By Amy Nunn, Othor Cain, Gladys Thomas, and Sharon Parker
June 27 is National HIV Testing Day, an annual public health campaign that encourages Americans to "Take the Test, Take Control." In the United States, 1.1 million people are living with HIV, and almost one in six don't know they are infected; many of those unaware of their infection may unknowingly transmit HIV to others.
This National HIV Testing Day, we should focus our outreach efforts where HIV infections are most heavily concentrated: in the Southeastern United States and among African Americans. Mississippi, in the heart of the Bible Belt, has alarming rates of HIV infection, and African Americans in Mississippi account for nearly 80 percent of all new HIV cases in the state. Mississippi has the highest rates of AIDS-related mortality in the country, and over half of people living with HIV in Mississippi are not in medical care. Jackson, Mississippi has the fourth highest rate of HIV infection among young African American men of any metropolitan area in the country. These alarming disparities in Mississippi and beyond are not attributed to behavioral factors alone: African Americans do not engage in higher risk behaviors than people of other races. Social and structural factors such as poverty and limited health services contribute to these disparities.
The paralyzing stigma associated with HIV/AIDS compounds these challenges. There is a still-common misperception that HIV is a "gay disease," and many people misunderstand their risks for acquiring HIV. Addressing stigma requires more than just getting medical services to people who need them; it requires community mobilization to normalize HIV testing and treatment in the African American community.
African American clergy must be engaged in any effort to fight the epidemic in the Deep South. African American clergy have played critical roles in the African American community for hundreds of years, including during the Civil Rights movement. However, there has been tremendous skepticism in public health circles about engaging African American clergy in the fight against AIDS. Many critics cite clergy's homophobia and churches' historical reluctance to address human sexuality and homosexuality. Some of these challenges are real; however, a close look at the scientific evidence shows that these claims are often dramatically overstated. Indeed, our own research and programs show that black clergy are very willing to engage in HIV prevention efforts, including promoting HIV testing and treatment.
History provides important lessons about how to mobilize the community around HIV/AIDS. In the 1980s and 1990s, a social movement led by white gay men left indelible, positive impacts on the epidemic. That approach was grounded in demands for equal rights for gay Americans and paved the way for our government response, including the Ryan White Care Act, and propelled development of new AIDS drugs that revolutionized AIDS treatment and saved hundreds of thousands of lives.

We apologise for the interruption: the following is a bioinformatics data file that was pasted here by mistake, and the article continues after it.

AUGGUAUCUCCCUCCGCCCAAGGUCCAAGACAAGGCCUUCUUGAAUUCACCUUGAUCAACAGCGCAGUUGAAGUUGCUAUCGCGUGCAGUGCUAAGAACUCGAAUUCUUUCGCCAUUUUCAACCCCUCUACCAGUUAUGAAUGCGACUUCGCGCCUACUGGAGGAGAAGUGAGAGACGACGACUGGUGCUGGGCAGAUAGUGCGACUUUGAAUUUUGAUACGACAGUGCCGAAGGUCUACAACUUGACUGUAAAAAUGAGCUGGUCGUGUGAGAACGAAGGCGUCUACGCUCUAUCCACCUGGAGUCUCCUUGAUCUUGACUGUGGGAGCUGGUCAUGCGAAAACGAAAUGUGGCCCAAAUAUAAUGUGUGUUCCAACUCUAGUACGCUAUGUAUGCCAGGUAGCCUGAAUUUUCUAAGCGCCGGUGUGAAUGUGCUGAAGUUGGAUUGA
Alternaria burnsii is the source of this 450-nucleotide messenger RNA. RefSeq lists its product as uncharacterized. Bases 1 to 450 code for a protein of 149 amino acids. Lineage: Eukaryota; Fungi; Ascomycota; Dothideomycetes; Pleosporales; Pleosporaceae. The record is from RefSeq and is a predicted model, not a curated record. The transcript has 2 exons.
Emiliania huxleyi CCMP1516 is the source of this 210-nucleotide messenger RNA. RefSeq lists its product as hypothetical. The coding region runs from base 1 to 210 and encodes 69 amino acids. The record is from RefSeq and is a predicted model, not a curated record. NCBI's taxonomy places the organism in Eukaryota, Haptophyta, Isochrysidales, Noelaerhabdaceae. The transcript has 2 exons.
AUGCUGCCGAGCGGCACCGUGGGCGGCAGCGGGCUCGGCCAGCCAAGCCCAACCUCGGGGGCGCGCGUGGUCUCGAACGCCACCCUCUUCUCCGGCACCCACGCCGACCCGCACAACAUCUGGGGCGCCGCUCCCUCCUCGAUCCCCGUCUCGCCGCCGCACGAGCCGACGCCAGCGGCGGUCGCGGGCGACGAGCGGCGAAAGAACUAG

Engaging African American churches successfully requires a sense of urgency akin to the efforts of the 1980s. We must harness the energy and leadership power of African American churches but acknowledge some of the real challenges associated with discussing human sexuality in faith institutions. Unfortunately, this tension surrounding human sexuality and African American church involvement has divided churches and the public health community and has impeded two decades of progress in engaging black churches in HIV prevention.
Our own research and programs point to the way forward. Rather than frame our conversations exclusively about human sexuality, we make greater inroads working with clergy by framing conversations in language about civil rights, equal access to health care, and HIV testing and treatment. This approach allows for important conversations that promote HIV testing and treatment, which have proven far more effective than behavior change in reducing HIV transmission.
This approach should not be misconstrued as a way to sidestep important conversations about human sexuality; rather, our own efforts suggest that focusing on HIV testing and treatment is a highly-effective means to jump start candid conversations about HIV/AIDS with clergy. This approach almost always opens the door for more frank conversations about human sexuality with both pastors and their congregations. This approach has contributed to the success of our efforts to engage black clergy in urban inner city communities and the Deep South in HIV prevention programs.
By enlisting clergy members in candid conversations about the epidemic, we can harness the power of the pulpit to mobilize the African American community around HIV/AIDS. While working with clergy from the pulpit may be a foreign concept for some scholars and public health practitioners, politicians have worked successfully with black clergy around Get Out The Vote efforts for the last 50 years.
In 2013, building on our lessons in Philadelphia, Pennsylvania, we founded Mississippi Faith in Action, a statewide coalition of over 50 African American pastors committed to addressing HIV stigma, promoting testing, and getting people into HIV treatment. Engaging clergy requires community outreach and mobilization; in our efforts to date, every pastor we have engaged has supported our HIV/AIDS testing and treatment efforts. Indeed, in the last year, dozens of clergy have promoted HIV testing and treatment from the pulpit and spoken out in our media campaigns.
We must begin by mobilizing the community one pastor, one pulpit, one church at a time. As C.J. Rhodes, former pastor of Mt. Helm Baptist Church in Jackson, Mississippi stated, "It is crucial that the church stand up and speak out about what's happening in our community. The way the black church addresses other health and social issues, we must also address HIV and AIDS."